Category Archives: wooden boat

Stand by for the May/June issue of Water Craft magazine due in a few days

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water craft, magazine, pete greenfield, boatbuilding, methods, techniques, wooden boats, plywood boats, boat plans, articles, photos

The May/June issue of Water Craft magazine is about to come out, and editor Peter Greenfield has sent us his customary preview. Here’s what he says:

‘April, moaned Mr Eliot, is the cruellest month. Obviously, he also had suffered the seemingly interminable wait for the weather to warm up enough for varnishing the gunwale. What to do while you’re waiting? Well, the new Water Craft is out on the 22nd, with…

Two French connections: last year, Tim O’Connor loaded his elegant Oughtred Acorn on the car roofrack, hitched up the caravan and went sailing the lakes of Limousin. And much more recently, in March in fact, Kathy Mansfield caught the Eurostar for a long-planned visit to the amateur boatbuilders of Nautique Sevres, near Paris.

Back in Dorset, professional wooden boatbuilder Gail McGarva builds Cornish pilot gigs and in the first of a two-part series, she explains not only how but why. However, If a 32ft (9.8m) clinker rowing skiff is a tad too ambitious for you, see Paul Gartside’s complete plans for a 12’ (3.7m) outboard skiff. Clinker too challenging? Build the hard-chine flat-bottom pocket cruiser called the Stevenson Weekender, like Jeremy White. Or you could go to boatbuilding college, like Lars Herfeldt from Berlin who learned to build a Petersson Runabout at Lyme Regis.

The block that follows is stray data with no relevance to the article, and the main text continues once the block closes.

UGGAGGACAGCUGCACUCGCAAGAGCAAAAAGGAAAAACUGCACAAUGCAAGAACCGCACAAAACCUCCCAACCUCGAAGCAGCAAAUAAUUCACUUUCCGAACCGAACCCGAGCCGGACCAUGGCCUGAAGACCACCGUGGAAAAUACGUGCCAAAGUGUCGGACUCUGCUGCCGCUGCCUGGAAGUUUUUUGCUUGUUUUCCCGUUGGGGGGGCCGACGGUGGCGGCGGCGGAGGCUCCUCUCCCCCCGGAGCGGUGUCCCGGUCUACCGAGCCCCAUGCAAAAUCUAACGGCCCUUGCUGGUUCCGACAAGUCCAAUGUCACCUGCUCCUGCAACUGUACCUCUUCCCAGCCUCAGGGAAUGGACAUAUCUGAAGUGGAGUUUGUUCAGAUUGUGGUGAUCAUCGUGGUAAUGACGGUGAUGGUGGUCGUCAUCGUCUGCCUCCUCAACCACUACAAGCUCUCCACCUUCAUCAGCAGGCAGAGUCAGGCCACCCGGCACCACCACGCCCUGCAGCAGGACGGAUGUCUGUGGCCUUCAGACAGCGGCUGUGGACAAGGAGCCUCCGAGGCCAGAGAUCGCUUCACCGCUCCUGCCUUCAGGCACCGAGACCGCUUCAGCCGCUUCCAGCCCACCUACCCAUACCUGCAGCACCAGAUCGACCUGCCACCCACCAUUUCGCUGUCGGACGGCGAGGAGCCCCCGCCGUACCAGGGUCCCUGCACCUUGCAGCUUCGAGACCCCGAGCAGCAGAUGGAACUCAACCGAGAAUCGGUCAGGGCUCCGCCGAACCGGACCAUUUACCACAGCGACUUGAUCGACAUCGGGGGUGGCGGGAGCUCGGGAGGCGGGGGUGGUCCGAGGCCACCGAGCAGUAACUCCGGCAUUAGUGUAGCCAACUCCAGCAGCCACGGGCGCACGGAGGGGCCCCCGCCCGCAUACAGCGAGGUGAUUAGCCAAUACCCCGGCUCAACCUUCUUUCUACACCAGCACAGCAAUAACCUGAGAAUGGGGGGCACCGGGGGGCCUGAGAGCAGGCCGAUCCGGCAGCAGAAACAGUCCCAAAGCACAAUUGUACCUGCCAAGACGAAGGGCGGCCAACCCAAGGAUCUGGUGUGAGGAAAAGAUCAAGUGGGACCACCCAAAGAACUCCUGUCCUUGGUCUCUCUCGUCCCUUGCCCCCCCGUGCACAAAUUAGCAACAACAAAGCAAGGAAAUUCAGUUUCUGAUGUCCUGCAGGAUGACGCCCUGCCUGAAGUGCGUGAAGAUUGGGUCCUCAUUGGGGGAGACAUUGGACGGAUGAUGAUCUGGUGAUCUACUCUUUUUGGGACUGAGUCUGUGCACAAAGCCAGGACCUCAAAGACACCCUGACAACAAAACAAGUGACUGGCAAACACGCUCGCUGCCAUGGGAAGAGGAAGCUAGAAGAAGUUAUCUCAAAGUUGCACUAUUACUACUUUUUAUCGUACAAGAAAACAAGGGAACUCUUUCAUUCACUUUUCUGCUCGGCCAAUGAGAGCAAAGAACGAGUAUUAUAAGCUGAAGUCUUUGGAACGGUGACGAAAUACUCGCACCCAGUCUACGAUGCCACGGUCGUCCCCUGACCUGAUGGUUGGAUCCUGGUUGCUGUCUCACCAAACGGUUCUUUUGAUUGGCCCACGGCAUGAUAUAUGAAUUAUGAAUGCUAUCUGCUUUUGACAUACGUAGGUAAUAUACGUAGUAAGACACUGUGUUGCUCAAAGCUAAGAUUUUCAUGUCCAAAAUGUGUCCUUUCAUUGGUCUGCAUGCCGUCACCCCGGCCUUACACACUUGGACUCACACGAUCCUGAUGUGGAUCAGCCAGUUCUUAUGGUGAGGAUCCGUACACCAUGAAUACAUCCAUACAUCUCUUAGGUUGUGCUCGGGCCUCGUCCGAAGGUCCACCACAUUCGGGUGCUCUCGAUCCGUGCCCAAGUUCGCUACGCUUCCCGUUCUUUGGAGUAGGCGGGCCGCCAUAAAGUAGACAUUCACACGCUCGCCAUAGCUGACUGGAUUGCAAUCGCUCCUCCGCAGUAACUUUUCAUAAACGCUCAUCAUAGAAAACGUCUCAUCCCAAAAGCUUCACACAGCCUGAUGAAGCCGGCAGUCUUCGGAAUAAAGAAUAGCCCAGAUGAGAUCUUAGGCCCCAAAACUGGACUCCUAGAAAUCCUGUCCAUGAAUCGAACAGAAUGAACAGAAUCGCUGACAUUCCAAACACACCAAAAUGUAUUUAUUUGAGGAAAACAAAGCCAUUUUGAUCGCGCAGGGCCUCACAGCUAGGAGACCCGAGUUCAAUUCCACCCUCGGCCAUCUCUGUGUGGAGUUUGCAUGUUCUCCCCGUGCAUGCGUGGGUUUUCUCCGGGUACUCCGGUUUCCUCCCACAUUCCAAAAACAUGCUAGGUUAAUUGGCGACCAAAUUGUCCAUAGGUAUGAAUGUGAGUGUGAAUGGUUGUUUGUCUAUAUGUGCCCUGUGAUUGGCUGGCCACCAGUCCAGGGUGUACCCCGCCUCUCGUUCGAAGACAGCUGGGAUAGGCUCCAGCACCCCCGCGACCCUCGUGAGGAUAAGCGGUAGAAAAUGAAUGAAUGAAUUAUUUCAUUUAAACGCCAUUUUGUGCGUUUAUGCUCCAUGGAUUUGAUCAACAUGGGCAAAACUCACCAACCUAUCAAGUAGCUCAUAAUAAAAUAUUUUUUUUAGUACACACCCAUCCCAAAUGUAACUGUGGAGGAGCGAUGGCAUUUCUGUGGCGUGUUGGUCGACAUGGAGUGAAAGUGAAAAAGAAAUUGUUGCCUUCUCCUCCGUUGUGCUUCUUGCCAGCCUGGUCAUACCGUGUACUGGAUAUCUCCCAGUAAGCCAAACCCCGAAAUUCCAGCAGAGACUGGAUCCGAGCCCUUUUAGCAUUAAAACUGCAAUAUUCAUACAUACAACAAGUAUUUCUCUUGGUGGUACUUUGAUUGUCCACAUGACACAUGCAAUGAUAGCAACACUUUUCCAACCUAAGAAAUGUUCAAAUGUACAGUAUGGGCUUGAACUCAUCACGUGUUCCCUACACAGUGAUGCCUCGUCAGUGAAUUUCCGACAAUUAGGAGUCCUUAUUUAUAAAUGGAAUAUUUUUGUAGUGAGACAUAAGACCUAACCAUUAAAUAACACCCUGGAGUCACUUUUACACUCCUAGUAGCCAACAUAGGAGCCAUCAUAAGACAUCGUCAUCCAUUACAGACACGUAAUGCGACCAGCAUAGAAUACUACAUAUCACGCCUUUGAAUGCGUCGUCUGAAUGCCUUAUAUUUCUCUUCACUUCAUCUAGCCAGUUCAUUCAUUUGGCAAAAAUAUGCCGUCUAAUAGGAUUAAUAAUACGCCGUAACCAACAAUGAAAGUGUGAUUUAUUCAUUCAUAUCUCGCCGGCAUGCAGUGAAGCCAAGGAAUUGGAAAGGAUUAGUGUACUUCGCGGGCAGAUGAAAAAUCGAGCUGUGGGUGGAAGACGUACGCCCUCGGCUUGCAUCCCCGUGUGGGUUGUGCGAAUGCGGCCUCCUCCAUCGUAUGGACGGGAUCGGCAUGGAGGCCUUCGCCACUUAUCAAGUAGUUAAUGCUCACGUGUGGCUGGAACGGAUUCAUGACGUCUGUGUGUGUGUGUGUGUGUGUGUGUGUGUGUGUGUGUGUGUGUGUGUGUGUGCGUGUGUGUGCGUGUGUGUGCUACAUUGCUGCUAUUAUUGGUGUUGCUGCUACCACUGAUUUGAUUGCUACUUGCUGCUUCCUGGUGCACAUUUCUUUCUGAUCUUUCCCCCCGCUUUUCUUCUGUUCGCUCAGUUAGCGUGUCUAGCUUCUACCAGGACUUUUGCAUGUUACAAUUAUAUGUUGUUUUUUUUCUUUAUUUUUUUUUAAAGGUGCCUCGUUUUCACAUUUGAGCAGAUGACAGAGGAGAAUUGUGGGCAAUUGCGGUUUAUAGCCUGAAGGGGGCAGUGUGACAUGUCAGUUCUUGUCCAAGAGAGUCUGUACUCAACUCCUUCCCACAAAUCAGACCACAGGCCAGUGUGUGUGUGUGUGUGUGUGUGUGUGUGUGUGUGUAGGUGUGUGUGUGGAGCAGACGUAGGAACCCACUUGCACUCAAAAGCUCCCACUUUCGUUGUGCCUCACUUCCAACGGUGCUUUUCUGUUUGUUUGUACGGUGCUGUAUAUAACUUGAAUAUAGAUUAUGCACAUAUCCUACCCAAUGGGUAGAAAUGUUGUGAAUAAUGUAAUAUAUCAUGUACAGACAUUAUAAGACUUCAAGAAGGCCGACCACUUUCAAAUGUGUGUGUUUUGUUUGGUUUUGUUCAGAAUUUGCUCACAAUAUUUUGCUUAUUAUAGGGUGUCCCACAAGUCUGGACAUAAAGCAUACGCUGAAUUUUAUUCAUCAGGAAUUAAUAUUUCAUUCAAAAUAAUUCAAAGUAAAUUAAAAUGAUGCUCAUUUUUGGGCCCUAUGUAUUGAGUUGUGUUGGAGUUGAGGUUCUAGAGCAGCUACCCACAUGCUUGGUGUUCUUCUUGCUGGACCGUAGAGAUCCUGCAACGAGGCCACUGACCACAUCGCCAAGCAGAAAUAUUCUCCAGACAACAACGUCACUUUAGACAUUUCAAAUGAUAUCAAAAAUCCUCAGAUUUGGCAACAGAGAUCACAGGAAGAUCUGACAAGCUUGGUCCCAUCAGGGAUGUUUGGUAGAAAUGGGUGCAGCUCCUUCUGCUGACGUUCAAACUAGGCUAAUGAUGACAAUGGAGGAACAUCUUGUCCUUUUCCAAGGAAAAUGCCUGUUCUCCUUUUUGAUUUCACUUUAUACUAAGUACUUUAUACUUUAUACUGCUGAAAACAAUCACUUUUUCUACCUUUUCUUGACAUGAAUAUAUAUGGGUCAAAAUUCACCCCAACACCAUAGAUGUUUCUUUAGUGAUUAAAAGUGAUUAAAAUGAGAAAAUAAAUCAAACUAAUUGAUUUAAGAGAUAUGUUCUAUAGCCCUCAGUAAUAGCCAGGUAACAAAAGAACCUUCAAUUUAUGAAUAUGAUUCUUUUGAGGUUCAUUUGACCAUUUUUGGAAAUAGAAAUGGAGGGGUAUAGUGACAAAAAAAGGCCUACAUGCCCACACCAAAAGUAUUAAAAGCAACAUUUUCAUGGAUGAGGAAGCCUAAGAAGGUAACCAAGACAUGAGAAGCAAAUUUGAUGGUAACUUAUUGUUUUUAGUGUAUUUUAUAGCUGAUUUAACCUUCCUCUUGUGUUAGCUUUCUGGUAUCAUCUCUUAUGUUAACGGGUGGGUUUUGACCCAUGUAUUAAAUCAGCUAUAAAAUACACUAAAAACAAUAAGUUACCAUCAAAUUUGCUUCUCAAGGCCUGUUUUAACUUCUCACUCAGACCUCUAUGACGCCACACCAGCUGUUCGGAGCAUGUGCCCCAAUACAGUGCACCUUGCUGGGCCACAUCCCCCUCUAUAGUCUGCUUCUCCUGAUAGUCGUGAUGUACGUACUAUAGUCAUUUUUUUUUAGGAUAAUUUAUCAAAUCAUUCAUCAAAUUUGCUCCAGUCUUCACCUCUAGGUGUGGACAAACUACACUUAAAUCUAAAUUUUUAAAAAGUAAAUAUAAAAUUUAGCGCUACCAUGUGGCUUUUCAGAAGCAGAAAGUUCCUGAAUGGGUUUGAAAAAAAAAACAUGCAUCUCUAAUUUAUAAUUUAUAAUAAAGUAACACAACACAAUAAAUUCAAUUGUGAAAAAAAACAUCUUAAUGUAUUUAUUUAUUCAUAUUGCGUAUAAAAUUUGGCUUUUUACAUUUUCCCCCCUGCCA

Still too wintry? Time to read designer Andrew Wolstenholme’s report from Dusseldorf on the latest in electric propulsion… And designer Paul Fisher’s description of his new Felix electric launch… And designer Matt Newland’s introduction to the Bayraider 17, which he hopes to exhibit at the Beale Park Boat Show, 4-6 June. Where you’ll also find Water Craft, together with a St Ayles Skiff – see W79 – and one of Gail’s gigs.

Finally, it must be warm enough now! Time for a varnishing workshop with master boatbuilder Colin Henwood

It’s particularly good to see the Home Built Boat Rally group’s Tim O’Connor getting a mention, and also Lars Herfeldt – see photos of the the launch of his handsome gentleman’s runabout here.

You will be able to find the May/June 2010 issue in good UK newsagents from the 22nd April – this website will find you a newsagent stocking the magazine. Alternatively, buy a subscription here and support both Water Craft and at the same time.


The effort to take Victorian racing cutter Leila back to sea needs money and help

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great yarmouth, leila, racing, repair, restoration, smack, southwold, victorian yacht, wooden boat, yacht

great yarmouth, leila, racing, repair, restoration, smack, southwold, victorian yacht, wooden boat, yacht great yarmouth, leila, racing, repair, restoration, smack, southwold, victorian yacht, wooden boat, yacht

Leila needs more repair work than expected

A group caring for a rare National Historic Ships Register-listed 42ft Victorian racing cutter at Southwold are urgently appealing for more manpower and financial help.